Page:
This week’s rally against the FEA lawsuit brought out 10,000 people. If those people lived in Ireland, many would change their views. The Catholic Church runs almost all public schools in Ireland. It’s in their constitution. What does this mean for non-Catholics?
In today’s New York Times, there is a report of a growing movement to separate church and state. Here’s why:
- Students must be baptized to be admitted to public school.
- Almost all public schools are run by the Catholic Church.
- At least 1/2 hour per day is ‘devoted’ to religious training in Catholicism.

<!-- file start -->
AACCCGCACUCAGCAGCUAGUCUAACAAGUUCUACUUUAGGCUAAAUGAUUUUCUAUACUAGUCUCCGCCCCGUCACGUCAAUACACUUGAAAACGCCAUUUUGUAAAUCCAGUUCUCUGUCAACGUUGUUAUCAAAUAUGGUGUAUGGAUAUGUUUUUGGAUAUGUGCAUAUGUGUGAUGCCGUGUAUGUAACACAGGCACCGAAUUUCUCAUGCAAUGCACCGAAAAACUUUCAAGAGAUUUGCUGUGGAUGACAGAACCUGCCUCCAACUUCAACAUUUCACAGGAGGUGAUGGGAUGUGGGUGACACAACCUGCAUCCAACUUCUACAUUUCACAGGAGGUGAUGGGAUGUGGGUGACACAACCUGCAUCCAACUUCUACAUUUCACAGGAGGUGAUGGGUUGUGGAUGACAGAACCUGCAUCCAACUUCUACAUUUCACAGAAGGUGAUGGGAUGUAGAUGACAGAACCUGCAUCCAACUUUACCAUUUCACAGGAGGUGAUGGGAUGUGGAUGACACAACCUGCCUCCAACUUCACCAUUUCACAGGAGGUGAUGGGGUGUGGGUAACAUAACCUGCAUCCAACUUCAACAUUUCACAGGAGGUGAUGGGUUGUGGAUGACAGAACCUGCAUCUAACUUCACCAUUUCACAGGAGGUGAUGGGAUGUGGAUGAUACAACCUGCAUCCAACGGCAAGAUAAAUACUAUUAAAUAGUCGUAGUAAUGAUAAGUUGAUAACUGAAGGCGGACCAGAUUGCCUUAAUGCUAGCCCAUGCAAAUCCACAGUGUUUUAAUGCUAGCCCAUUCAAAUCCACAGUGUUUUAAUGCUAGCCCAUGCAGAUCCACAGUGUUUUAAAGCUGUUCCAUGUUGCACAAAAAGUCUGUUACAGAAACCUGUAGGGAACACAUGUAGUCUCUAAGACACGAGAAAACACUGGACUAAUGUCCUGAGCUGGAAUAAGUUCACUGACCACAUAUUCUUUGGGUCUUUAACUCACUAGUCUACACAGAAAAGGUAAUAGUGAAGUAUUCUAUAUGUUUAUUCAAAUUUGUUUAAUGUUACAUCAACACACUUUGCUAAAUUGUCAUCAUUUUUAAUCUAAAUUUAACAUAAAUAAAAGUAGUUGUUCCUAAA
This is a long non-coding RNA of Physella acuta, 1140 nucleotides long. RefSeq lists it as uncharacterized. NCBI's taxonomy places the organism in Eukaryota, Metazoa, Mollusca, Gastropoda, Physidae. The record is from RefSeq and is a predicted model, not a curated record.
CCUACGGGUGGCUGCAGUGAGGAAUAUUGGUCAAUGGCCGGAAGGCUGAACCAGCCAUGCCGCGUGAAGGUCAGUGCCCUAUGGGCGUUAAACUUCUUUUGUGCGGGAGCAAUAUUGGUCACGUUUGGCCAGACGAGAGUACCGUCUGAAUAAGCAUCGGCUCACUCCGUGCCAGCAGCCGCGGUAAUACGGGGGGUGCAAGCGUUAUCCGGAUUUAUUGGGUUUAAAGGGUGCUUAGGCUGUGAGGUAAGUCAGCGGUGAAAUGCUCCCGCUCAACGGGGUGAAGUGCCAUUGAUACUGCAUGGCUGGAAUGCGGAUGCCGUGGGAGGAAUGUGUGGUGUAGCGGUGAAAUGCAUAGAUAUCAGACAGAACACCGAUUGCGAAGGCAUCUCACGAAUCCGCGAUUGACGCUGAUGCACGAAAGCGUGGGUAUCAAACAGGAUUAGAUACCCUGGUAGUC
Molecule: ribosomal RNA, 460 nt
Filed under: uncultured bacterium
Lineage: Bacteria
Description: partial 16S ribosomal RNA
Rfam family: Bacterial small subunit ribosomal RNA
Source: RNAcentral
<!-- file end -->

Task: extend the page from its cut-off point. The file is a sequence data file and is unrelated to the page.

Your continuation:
- Students who are not Catholic are put at the end of long waiting lists to get into school.
- Morning prayers and preparation for the sacraments are part of the day.
- Non Catholics seldom have any alternative place in a school to go during religious instruction.
- While regular church attendance is down to 14% in Dublin, parents often submit to baptism requirements to be able to enroll their children in school.
- Non Catholic parents face long school waiting lists and long commutes.
Irish law guarantees freedom of religion in public schools, but it also allows enrollment based on religious preference. In reality, parents have little choice.
Florida’s system of choice moves the educational system toward exclusion and religious, racial, and socioeconomic segregation. There is a lawsuit over this in Florida. There is also one in Ireland. Our founding fathers recognized this problem.
We need to reaffirm the need to keep church and state separate. When the shoe is on the other foot, as in Ireland, it hurts.